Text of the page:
Public Housing ‘Woefully Unprepared’ for Hurricane Sandy

By
Photo: John Moore/2012 Getty Images

A front-page investigation by the New York Times into the government handling of Hurricane Sandy confirms what many people already know: The city wasn't ready to help the thousands left behind in public housing. According to the paper of record, "while the agency moved aggressively before the storm to encourage residents to leave, particularly those who were disabled and the needy, both it and the city government at large were woefully unprepared to help its residents deal with Hurricane Sandy's lingering aftermath." But some in government insist on placing blame on those who didn't leave.

"We called for mandatory evacuation," said deputy mayor Howard Wolfson. "We did not do that assuming that the flood would reach someone on the 10th floor of a building — we did that because of some concern that there could well be outages of power, heat and water. Our hope, expectation and goal is people would leave these buildings." Still, the Times reports, the city was well aware that only 6,800 people were in shelters across the city, despite about 375,000 living in mandatory evacuation zones, with some 45,000 of those living in public housing.

Once evacuation was no longer an option — if it ever was for the elderly and disabled — the response "felt improvised," according to the Times. "We need a longer-term plan," said Linda Gibbs, a deputy mayor working with health and human services. "The city emergency evacuation plan works great for huge numbers. But it does not look much past three or four days."

"By tonight or tomorrow, every one of their buildings will have electricity and by early next week they will all have heat," said Mayor Bloomberg on November 9 of the NYCHA. "So that's a group that we did have to worry about but now do not have to worry about." In reality, not all buildings had heat and hot water until November 18.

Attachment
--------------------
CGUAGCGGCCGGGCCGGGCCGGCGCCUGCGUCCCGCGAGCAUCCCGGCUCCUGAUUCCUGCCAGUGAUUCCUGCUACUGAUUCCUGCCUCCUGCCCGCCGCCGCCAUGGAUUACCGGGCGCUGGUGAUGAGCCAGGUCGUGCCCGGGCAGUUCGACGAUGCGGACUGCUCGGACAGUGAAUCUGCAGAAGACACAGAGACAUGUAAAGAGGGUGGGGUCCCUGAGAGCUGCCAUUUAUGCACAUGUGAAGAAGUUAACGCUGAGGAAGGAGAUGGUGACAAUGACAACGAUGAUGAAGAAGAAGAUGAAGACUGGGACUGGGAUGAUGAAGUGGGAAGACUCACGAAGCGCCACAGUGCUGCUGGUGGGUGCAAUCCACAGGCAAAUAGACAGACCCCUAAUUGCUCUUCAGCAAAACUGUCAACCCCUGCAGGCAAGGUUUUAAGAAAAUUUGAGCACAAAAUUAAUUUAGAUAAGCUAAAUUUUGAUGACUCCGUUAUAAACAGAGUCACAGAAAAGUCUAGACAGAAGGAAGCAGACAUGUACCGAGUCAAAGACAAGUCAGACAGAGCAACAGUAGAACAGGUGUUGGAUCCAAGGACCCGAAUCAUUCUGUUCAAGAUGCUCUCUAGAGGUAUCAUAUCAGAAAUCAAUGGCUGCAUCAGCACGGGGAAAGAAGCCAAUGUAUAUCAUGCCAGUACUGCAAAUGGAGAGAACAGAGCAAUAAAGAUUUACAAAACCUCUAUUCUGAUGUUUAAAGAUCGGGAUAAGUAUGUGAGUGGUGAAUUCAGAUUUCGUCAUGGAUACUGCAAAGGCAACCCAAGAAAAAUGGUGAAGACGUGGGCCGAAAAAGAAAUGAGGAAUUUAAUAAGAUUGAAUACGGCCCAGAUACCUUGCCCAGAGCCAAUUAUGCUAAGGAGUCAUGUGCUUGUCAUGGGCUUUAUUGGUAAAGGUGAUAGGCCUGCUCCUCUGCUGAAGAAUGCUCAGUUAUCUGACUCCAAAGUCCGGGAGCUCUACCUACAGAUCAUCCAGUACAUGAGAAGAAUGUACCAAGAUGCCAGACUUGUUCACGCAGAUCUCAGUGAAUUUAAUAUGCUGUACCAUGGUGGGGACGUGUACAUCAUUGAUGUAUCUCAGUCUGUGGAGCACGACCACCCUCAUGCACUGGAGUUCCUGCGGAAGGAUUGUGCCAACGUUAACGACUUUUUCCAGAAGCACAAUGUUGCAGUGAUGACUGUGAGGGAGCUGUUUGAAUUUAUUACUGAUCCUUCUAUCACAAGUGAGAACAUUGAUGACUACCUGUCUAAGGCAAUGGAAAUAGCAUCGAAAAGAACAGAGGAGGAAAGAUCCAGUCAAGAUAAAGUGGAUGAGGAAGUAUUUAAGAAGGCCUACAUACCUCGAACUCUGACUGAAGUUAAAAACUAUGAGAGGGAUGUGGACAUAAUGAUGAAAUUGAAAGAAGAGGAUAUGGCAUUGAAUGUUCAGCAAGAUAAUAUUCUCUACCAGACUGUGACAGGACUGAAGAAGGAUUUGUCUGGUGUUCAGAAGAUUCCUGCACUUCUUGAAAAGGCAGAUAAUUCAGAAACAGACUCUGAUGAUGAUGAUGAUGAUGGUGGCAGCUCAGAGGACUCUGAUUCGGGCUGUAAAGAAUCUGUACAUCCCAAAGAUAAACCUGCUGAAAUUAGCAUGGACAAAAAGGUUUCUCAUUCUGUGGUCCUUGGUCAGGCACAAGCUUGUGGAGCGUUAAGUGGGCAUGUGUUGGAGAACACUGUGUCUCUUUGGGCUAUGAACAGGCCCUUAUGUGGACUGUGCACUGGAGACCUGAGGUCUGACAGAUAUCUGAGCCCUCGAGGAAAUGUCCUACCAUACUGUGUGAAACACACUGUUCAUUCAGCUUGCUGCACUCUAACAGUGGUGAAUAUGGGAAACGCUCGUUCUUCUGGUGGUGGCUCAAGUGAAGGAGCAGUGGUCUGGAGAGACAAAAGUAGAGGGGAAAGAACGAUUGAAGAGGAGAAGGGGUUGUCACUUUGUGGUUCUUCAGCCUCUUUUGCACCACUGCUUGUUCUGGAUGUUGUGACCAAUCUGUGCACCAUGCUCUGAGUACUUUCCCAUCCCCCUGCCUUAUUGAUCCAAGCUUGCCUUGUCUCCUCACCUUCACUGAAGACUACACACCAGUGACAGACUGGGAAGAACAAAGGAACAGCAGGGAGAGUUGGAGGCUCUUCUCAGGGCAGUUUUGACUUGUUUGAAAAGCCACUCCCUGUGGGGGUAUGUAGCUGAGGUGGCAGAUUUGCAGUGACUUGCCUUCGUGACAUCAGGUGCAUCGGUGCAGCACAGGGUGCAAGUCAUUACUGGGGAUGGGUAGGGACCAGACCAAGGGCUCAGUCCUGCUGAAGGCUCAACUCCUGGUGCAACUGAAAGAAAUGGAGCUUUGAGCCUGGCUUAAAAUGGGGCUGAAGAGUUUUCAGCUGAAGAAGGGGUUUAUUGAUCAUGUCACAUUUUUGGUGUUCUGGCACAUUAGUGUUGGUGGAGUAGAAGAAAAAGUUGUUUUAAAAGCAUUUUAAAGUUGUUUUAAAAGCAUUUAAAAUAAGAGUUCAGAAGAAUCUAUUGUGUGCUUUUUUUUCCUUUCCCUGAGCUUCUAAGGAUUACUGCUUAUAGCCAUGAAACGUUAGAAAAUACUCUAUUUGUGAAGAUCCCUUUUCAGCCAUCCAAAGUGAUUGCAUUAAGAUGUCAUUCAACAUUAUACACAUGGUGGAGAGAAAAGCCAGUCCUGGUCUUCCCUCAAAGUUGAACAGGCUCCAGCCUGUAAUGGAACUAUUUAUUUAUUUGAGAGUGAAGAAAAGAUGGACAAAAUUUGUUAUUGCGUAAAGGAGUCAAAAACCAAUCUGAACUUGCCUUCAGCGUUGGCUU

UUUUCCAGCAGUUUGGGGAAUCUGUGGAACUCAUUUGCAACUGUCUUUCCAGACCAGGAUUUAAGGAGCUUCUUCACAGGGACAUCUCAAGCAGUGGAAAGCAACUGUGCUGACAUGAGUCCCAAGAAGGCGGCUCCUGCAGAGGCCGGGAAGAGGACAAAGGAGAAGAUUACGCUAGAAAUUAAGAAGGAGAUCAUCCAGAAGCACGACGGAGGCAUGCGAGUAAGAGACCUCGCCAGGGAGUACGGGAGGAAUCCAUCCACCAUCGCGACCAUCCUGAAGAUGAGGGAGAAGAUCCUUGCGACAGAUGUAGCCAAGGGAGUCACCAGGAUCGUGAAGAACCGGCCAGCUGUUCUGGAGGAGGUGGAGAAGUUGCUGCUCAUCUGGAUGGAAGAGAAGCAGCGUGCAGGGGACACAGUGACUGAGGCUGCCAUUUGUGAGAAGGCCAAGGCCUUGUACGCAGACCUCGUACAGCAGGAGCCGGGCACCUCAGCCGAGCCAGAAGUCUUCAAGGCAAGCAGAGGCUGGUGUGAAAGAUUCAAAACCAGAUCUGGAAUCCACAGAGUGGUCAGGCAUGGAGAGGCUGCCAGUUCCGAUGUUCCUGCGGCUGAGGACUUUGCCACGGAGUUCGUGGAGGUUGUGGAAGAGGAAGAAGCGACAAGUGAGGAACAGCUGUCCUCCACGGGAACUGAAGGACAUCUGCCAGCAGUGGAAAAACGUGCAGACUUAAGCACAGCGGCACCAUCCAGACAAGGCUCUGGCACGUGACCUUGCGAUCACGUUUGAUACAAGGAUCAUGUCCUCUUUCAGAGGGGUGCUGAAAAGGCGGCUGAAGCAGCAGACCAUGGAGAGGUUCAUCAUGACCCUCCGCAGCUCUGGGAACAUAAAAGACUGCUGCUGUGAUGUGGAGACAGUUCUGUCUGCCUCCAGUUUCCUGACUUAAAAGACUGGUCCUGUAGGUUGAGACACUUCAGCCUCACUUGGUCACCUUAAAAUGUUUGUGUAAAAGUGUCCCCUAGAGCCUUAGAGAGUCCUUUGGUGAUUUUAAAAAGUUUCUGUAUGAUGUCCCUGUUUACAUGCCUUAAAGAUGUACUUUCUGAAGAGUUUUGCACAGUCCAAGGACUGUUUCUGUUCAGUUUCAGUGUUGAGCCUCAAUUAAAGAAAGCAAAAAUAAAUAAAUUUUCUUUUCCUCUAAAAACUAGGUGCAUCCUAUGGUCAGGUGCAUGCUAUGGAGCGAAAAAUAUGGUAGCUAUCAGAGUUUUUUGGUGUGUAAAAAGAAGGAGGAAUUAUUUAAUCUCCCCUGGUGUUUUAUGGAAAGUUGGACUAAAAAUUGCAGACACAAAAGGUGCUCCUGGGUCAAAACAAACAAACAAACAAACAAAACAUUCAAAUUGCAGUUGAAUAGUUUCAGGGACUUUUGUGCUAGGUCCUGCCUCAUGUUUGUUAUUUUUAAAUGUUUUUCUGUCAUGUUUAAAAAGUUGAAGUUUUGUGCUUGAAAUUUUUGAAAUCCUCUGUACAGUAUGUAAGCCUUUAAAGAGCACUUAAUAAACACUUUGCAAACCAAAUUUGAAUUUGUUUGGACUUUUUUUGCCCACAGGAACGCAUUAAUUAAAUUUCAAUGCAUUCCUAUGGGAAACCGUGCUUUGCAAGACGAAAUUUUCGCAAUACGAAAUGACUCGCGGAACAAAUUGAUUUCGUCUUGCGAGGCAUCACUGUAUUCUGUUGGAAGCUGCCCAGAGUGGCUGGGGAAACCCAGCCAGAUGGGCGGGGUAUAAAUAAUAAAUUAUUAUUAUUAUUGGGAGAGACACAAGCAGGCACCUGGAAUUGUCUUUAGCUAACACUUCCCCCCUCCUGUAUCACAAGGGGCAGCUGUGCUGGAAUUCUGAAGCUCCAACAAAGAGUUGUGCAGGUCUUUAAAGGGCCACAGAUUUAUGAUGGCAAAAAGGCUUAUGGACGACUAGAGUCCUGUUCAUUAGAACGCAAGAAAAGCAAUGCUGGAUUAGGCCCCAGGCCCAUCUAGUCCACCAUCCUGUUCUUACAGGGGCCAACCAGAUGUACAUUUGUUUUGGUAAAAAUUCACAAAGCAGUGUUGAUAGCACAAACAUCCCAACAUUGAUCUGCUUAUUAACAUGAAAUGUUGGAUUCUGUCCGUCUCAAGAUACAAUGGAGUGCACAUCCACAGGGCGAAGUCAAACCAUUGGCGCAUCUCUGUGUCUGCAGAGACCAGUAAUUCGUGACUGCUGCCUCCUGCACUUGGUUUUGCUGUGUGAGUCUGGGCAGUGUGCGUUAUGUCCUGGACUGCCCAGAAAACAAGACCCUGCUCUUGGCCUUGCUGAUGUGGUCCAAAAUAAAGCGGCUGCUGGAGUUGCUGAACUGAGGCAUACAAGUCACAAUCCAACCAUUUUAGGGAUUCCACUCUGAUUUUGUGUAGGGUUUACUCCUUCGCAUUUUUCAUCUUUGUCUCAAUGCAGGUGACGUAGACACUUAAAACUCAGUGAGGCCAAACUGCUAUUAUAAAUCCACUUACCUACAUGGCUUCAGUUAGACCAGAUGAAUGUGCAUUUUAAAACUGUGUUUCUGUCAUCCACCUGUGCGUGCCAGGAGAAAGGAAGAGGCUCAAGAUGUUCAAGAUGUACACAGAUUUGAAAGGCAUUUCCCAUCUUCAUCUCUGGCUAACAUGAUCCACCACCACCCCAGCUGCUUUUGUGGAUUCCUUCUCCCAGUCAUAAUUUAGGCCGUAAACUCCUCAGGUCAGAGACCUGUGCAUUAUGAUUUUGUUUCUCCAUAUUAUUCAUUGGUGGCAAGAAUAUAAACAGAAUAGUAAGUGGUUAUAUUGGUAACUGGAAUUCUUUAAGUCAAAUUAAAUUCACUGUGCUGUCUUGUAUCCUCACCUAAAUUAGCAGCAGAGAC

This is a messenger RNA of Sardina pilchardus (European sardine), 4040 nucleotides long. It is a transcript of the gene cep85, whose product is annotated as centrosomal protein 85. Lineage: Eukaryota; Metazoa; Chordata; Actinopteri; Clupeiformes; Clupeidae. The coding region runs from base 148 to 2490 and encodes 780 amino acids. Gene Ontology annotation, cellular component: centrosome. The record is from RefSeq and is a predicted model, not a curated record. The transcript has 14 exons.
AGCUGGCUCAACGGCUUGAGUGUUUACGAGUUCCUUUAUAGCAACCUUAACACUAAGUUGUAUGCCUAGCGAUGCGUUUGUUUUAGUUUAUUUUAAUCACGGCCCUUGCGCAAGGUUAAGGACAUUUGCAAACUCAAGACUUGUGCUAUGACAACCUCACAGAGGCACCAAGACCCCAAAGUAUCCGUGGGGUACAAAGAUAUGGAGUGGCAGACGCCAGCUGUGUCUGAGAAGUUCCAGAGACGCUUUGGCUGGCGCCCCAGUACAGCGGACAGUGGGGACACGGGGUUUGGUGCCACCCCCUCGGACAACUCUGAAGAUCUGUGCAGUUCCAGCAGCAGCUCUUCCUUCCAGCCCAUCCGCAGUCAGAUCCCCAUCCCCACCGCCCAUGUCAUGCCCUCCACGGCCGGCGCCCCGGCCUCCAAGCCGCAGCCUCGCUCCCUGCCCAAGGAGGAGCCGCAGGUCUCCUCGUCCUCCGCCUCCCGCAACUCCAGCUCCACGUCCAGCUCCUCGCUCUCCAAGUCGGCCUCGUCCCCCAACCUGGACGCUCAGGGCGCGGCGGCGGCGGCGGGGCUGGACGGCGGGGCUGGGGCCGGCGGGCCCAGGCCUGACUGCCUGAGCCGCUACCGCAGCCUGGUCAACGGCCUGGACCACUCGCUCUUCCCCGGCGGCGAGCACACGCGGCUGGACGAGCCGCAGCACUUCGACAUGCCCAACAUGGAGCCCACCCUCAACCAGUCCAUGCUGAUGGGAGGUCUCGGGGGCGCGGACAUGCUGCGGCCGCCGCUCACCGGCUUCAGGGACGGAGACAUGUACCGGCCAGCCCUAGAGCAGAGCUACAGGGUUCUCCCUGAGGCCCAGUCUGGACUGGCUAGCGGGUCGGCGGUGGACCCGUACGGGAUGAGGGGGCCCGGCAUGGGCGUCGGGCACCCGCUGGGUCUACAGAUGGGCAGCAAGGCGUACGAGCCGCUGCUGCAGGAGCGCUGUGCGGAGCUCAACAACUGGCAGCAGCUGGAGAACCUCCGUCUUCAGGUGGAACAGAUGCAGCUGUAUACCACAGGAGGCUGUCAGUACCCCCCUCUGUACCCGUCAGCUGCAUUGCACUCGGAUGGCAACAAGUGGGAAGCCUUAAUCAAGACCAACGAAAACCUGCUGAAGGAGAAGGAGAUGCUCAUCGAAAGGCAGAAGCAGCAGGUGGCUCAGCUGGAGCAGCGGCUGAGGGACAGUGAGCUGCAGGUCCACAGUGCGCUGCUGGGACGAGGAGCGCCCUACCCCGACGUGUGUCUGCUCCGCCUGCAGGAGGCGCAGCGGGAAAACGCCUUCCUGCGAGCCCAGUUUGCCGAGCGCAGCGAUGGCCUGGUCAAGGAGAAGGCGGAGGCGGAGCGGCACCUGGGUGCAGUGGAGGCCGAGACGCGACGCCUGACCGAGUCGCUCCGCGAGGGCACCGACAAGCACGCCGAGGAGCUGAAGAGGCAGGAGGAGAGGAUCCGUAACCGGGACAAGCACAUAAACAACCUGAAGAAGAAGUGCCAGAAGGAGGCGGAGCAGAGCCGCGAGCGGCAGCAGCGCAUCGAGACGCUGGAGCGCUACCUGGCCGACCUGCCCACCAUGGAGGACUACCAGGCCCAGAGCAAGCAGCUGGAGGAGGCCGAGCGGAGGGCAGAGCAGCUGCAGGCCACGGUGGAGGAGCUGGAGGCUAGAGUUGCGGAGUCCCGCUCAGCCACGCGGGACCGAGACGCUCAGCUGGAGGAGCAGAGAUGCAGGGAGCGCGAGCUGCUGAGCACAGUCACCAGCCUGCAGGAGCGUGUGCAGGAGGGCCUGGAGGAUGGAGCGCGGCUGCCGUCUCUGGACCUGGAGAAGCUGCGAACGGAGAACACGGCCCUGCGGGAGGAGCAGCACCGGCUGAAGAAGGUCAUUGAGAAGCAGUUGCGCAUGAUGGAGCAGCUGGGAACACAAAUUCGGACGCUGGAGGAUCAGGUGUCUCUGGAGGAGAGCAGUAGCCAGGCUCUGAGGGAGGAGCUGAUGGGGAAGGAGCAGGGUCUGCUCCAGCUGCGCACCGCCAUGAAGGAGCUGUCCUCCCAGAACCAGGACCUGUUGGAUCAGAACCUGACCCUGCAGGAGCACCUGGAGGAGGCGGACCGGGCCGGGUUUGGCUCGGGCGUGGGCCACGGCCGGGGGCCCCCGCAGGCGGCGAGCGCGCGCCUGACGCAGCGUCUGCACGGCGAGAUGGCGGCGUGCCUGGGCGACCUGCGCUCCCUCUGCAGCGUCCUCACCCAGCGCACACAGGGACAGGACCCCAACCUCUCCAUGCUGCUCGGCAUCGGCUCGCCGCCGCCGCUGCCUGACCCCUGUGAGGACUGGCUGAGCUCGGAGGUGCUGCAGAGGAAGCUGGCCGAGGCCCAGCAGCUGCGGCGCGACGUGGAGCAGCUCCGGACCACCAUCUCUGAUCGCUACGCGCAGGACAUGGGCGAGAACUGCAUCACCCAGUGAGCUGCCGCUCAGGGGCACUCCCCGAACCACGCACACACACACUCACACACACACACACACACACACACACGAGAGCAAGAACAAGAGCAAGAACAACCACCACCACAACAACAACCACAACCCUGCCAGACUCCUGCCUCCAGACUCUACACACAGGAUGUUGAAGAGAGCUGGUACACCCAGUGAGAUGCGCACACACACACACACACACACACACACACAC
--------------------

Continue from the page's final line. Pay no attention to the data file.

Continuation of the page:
Groups like Occupy Sandy and People's Relief in Coney Island "appeared to be better organized than the city," and the city seemed to know it:

Some volunteers felt the roles should have been reversed, with the city leading them. But Nazli Parvizi, the city’s commissioner for community affairs and the mayor’s point person in Brooklyn, said she felt effective in a supporting role. The volunteers were doing a good job, she said, and “" wasn’t here to change that narrative. I was asking them, 'What do you need?'"

But at least a bunch of dead bodies didn't turn up in public housing after the storm, said Parvizi. "I thought all 50 of the ambulances we had would get filled at every building," she said of the sweeps, days later, in Coney Island. "It wasn't as drastic as that. There were only a handful in each, and there were no D.O.A.'s, though that's not to say people weren't suffering."

"If you make a list of 1,000 things we did — we did not do a thousand perfect," admitted Robert Steel, the deputy mayor in charge of the housing authority. "Should we try to learn from this? Sure."